But the way I’m gushing, you’d think that only these two gentlemen lend their talent to the film; and that couldn’t be more inaccurate. One thing Minghella has been known for is his casts of good but not always overly popular actors. In addition to Matt Damon and Jude Law, Cate Blanchett, Gwyneth Palthrow, Philip Seymour Hoffman and Jack Davenport lend their services – and each in their own way is effective in their roles. I singled out Cate, a few months back, as a potential candidate for a Supporting Actress Nominee in 1999. Her Meredith should be the thinnest character but her little acting idiosyncrasies make a true character that's better than she's given credit for. Gwyneth Palthrow’s Marge has been unfairly treated as time goes by. She’s taxed with more than just looking pretty. She plays Marge with a bit of gumption that just may have been residual from Viola De Lesseps; and it works. I’m still not convinced that her confrontation with Tom towards the end of the film is the right choice, but whenever I’m tempted to doubt her shrillness I remember that this is exactly how Marge would have behaved, and I acquiesce.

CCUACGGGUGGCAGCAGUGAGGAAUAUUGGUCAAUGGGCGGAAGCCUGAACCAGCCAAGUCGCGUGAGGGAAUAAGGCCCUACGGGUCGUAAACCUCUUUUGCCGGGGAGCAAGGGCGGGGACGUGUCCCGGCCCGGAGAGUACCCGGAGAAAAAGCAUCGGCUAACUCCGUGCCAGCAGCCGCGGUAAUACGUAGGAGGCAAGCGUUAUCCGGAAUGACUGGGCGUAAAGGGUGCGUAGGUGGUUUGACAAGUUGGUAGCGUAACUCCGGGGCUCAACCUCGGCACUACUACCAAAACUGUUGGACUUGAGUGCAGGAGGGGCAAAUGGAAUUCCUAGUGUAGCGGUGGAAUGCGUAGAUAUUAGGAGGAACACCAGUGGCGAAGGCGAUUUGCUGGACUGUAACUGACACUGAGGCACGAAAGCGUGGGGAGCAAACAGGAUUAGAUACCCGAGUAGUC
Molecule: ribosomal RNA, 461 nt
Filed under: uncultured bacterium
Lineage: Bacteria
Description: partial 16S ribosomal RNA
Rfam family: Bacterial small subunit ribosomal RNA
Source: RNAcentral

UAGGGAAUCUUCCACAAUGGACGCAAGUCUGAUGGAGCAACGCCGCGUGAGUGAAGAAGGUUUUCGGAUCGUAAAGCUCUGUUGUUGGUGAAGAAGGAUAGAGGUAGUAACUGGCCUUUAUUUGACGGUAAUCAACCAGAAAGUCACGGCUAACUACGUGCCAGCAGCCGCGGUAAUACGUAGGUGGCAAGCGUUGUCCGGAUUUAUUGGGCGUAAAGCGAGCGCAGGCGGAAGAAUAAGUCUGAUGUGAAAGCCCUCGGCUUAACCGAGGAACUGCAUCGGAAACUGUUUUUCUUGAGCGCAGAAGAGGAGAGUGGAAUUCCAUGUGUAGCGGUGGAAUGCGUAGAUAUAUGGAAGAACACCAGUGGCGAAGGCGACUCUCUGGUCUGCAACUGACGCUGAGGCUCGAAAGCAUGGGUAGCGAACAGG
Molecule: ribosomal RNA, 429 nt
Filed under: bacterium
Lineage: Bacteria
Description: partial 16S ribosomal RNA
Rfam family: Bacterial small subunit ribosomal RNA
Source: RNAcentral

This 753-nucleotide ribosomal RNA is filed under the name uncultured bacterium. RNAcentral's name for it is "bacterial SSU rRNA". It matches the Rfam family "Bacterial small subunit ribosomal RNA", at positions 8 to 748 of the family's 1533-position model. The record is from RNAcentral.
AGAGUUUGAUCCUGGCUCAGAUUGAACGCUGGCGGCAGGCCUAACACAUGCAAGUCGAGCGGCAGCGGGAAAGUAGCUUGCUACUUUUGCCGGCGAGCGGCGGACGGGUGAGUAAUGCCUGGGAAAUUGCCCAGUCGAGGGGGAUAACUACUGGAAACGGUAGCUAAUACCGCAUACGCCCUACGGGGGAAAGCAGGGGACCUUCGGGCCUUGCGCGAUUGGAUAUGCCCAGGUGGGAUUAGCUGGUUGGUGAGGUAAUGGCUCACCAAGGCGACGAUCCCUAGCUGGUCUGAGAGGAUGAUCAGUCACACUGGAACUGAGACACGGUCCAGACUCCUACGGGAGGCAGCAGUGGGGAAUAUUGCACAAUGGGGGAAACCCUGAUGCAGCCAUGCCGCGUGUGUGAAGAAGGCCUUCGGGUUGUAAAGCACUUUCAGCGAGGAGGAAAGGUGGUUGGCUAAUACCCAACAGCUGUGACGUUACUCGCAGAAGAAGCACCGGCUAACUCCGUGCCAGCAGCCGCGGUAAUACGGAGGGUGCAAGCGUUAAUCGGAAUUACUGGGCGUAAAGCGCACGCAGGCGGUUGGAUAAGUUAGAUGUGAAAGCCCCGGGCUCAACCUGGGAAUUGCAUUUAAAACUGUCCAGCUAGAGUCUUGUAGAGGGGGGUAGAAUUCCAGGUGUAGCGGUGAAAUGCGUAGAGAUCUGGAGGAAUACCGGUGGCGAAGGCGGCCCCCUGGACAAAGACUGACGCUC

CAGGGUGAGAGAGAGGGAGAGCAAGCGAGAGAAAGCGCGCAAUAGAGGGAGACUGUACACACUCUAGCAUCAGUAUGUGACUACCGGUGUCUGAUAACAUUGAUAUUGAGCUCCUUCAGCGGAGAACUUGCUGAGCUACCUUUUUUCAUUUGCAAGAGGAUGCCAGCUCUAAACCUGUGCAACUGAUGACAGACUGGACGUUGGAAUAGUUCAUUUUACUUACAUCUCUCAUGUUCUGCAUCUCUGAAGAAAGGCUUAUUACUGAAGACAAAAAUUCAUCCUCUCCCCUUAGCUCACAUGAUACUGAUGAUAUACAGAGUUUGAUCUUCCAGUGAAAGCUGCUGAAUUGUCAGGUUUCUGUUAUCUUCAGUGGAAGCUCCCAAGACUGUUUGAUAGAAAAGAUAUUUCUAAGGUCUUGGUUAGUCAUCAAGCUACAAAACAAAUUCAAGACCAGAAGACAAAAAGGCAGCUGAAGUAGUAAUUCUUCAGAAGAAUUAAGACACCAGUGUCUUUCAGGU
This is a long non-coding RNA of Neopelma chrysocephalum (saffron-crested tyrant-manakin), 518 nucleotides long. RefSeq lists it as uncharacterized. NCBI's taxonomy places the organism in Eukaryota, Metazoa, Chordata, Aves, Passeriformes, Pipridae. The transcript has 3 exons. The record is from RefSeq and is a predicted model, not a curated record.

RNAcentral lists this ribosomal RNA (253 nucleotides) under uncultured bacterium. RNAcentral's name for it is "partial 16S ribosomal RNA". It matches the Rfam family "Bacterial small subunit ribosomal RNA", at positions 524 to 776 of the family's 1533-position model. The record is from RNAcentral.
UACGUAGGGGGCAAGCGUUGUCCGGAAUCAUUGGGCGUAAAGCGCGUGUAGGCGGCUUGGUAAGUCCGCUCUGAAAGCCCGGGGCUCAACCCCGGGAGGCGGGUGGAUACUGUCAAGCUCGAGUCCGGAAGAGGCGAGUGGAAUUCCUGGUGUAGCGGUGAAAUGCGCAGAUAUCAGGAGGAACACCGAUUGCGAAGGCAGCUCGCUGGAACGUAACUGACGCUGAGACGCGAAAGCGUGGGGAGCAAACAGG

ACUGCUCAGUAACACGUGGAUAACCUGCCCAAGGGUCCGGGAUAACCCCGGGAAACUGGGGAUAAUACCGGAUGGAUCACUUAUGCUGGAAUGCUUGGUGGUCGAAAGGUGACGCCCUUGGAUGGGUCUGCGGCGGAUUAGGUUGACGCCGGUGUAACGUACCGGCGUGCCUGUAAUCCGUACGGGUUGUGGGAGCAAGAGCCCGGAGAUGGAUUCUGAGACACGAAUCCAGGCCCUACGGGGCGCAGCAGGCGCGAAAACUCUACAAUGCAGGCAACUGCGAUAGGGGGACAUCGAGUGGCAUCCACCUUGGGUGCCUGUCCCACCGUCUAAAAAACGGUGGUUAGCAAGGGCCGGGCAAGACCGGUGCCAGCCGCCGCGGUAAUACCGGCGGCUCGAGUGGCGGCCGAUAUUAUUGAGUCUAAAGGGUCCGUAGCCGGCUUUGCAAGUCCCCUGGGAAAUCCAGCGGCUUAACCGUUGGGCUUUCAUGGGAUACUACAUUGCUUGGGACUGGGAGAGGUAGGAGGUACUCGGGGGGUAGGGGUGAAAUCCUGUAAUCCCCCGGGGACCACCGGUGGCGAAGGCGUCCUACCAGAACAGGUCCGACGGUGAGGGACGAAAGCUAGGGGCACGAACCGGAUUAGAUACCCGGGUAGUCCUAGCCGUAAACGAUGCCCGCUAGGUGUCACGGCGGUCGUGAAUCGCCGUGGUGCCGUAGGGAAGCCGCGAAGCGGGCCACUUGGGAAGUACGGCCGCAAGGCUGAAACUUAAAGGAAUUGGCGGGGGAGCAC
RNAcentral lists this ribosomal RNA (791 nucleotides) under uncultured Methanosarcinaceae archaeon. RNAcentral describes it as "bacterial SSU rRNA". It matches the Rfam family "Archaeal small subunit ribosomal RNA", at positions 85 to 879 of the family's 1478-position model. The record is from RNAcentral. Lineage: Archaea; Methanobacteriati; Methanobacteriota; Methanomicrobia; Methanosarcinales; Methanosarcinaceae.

The Talented Mr. Ripley always made me wish that Minghella could have tackled some Hitchockian drama and done his worst with it. It’s not that this film is so frightening, but it’s that final scene that is so unnerving that it always leaves me with my insides a little upset. As we hear Tom kill Peter and listen to his sickening crying you can’t help but sympathise. It’s what makes The Talented Mr. Ripley such an uncharacteristic film. The prototypical villain does not end up dead, but then there is not a single character in the film – save for Meredith, and maybe not even her – who does not act solely for themselves. This movie should be seen for much – Minghella’s superb direction, the astounding technical achievements, the excellent performances of the cast – Hoffman, Blanchett, Palthrow, the amazing Jude Law and Matt Damon in the greatest thing I’ve ever seen him do. This film should not be missed.